Quote:
6FO4 is the amount of useful logic per stage that will provide the best performance
- Below this value, the improvement in clock frequency cannot compensate for a
decrease in IPC and vice-versa
- Optimal clock frequencies are dependent on on-chip microarchitectural structures,
these structures need to be pipelined to operate at high frequencies


(Not to say that I necessarily agree with the ideas within - above my pay grade)


Sat Nov 21, 2020 11:22 am

Joined: Sat Feb 02, 2013 9:40 am
Posts: 1482
Location: Canada
A lot above my pay grade too. I wonder if the following remains true (the article is dated 2002). I’ve read elsewhere on the web that wire delay is increasing relative to gate delay (I wonder if I misinterpreted something) at the smaller sizes and note in the article:

“While we did not consider the effects of slower wires,”

“To first order, wire delays remain constant as a fixed design is scaled to smaller feature sizes [15]. Although wire resistance increases, wire lengths decrease, thus preserving the absolute wire delay across technologies.”

_________________
Robert Finch http://www.finitron.ca


Sat Nov 21, 2020 1:12 pm WWW

Joined: Wed Jan 09, 2013 6:54 pm
Posts: 1632
It's a good question. I think in 2002 the idea of wire delays becoming more important was becoming current. As I recall, one of the consistent ideas of the EDA companies was that their tools were happy digesting entire chip designs and globally and locally optimising everything. One of the consistent ideas in the places I worked was that such an approach would not produce high performance CPUs, so we didn't believe it and we didn't try it. By building chips and CPUs from smaller parts and paying attention to placement and some pre-routing, we possibly put ourselves into a different balance of logic vs wire.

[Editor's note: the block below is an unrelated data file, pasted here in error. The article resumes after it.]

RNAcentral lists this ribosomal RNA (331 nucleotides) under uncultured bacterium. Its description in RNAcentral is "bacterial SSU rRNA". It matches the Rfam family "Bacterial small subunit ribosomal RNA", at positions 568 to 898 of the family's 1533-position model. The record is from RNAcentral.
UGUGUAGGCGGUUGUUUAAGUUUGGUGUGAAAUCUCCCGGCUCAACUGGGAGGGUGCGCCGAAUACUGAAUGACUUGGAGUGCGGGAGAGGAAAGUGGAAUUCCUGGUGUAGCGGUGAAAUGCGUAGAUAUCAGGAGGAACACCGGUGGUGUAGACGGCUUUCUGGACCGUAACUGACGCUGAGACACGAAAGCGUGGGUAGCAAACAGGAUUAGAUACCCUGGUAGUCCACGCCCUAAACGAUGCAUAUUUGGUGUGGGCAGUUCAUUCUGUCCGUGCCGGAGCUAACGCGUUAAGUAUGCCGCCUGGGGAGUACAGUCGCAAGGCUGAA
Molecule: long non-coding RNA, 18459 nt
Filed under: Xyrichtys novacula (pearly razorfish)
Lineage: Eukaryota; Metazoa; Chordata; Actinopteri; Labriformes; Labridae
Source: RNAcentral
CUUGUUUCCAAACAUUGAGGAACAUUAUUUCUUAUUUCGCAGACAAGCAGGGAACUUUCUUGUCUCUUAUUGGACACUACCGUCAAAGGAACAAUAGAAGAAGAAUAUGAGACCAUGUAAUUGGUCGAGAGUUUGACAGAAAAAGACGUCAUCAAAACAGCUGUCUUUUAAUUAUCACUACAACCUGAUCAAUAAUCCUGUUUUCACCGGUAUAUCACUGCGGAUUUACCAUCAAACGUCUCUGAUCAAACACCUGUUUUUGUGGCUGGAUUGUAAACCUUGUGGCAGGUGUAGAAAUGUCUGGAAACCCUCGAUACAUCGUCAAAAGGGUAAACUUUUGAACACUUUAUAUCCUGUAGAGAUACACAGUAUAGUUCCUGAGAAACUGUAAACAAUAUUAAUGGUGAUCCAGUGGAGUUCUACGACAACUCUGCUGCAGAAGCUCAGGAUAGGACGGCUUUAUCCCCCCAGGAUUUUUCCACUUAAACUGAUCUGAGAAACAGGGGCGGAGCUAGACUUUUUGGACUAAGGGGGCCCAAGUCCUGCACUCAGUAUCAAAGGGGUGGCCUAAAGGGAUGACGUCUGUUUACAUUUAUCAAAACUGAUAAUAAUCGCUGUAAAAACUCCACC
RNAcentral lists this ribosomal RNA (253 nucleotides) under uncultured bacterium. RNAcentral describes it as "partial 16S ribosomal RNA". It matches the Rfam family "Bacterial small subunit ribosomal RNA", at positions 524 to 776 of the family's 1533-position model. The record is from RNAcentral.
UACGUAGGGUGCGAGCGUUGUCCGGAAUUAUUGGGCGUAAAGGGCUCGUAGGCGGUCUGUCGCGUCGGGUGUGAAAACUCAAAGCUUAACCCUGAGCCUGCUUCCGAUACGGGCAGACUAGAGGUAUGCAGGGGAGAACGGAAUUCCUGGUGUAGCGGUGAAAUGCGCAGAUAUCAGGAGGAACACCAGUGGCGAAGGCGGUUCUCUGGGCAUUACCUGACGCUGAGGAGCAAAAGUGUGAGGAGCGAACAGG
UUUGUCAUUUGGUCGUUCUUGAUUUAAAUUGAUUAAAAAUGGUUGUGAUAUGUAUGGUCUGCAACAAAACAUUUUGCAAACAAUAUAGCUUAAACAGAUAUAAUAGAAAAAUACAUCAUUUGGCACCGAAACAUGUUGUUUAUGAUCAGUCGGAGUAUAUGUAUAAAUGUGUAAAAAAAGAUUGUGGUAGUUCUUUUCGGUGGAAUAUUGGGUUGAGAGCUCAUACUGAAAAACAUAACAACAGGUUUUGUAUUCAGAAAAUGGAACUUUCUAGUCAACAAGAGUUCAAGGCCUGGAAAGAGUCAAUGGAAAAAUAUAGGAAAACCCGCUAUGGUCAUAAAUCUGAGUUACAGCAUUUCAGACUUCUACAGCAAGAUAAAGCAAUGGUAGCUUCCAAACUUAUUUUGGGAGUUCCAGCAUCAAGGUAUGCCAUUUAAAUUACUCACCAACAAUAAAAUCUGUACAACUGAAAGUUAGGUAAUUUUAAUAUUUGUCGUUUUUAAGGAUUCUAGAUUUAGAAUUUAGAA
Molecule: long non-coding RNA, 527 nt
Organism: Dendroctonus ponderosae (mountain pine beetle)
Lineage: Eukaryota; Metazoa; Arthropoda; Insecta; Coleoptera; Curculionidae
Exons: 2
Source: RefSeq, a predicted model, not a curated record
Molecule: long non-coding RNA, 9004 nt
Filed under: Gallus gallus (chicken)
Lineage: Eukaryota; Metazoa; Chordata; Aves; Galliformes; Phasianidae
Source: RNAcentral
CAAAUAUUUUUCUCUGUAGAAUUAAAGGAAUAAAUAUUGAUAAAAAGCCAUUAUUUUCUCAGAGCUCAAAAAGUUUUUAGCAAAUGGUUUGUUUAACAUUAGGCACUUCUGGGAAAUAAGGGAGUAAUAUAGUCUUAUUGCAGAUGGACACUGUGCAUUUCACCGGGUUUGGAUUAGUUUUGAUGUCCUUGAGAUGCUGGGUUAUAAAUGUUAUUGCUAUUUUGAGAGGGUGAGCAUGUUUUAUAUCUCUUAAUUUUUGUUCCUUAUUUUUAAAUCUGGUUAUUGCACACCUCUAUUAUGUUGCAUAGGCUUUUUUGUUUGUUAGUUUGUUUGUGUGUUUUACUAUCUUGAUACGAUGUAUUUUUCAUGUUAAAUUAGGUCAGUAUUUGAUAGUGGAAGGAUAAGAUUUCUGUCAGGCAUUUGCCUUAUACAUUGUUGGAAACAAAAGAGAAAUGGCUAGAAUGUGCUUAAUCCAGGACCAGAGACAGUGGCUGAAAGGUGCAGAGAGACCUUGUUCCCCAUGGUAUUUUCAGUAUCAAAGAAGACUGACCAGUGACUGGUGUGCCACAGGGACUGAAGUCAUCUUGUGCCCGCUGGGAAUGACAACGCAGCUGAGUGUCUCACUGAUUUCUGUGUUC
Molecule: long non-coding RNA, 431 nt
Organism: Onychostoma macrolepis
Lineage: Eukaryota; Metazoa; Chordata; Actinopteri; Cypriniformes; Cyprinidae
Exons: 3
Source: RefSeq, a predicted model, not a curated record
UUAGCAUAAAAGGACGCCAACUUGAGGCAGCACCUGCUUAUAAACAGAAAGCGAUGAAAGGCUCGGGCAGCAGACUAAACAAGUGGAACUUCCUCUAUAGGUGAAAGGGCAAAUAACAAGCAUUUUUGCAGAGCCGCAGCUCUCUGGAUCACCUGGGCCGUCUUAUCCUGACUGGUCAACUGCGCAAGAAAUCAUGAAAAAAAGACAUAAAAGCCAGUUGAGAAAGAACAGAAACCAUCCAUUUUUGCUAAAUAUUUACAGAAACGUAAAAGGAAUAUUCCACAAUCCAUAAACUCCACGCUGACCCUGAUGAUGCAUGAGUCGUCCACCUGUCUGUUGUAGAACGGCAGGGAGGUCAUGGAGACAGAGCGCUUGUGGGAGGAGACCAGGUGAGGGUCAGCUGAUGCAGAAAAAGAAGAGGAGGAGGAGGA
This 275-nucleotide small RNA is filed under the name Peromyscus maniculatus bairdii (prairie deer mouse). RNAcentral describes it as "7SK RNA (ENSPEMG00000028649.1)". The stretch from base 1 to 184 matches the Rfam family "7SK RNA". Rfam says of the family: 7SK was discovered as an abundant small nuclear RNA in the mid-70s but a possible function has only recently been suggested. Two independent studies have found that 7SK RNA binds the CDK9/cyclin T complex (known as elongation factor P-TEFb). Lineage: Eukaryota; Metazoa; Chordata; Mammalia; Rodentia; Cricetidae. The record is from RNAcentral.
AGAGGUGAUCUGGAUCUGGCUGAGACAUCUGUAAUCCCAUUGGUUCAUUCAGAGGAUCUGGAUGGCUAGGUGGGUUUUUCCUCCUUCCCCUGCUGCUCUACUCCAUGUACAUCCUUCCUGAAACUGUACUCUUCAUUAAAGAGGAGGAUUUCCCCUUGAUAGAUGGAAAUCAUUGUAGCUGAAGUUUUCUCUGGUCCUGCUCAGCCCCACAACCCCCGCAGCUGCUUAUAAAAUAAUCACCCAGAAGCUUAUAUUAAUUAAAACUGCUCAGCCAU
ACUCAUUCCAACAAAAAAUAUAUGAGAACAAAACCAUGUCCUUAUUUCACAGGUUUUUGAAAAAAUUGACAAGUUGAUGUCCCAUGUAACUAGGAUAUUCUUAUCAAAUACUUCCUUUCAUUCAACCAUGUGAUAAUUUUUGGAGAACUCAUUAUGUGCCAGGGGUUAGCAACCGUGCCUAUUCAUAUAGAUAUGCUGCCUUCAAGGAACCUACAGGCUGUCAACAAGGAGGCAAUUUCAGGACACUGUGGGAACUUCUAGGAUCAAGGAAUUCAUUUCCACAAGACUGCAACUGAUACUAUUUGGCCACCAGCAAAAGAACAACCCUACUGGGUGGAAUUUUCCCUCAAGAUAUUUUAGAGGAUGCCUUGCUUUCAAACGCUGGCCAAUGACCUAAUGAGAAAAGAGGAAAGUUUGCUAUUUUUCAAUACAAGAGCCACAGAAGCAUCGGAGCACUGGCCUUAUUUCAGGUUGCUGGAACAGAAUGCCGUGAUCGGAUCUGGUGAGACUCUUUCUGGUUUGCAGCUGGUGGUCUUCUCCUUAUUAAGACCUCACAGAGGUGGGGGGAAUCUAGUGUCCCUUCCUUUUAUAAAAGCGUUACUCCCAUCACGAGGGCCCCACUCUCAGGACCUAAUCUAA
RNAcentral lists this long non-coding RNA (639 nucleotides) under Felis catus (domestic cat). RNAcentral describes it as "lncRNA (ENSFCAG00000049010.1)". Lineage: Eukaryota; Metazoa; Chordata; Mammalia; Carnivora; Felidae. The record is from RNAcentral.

In other words, something might be true for some design flows and false for others.


Sat Nov 21, 2020 4:39 pm

Joined: Mon Oct 07, 2019 2:41 am
Posts: 256
Alas nobody can afford real chips to try out the ideas.
I get the feeling it is still hand lay out that gets you the speed.
Ben.


Sat Nov 21, 2020 7:59 pm

Joined: Mon Aug 14, 2017 8:23 am
Posts: 157
I remember seeing the Cray-1a (Serial Number 011) at the Science Museum, London many years ago.

As well as being an iconic design from the late 1970's, and very expensive office furniture - it was the hand assembled backplane wiring that was most impressive. I thought to myself - how can this rats-nest possibly work!

I wonder what the world's collective computer processing resources now accumulate to - if measured in units of 1 Cray.

I think the ostentatious series of Cray machines may have had a little influence on Douglas Adams.


Sun Nov 22, 2020 7:38 pm

Joined: Mon Oct 07, 2019 2:41 am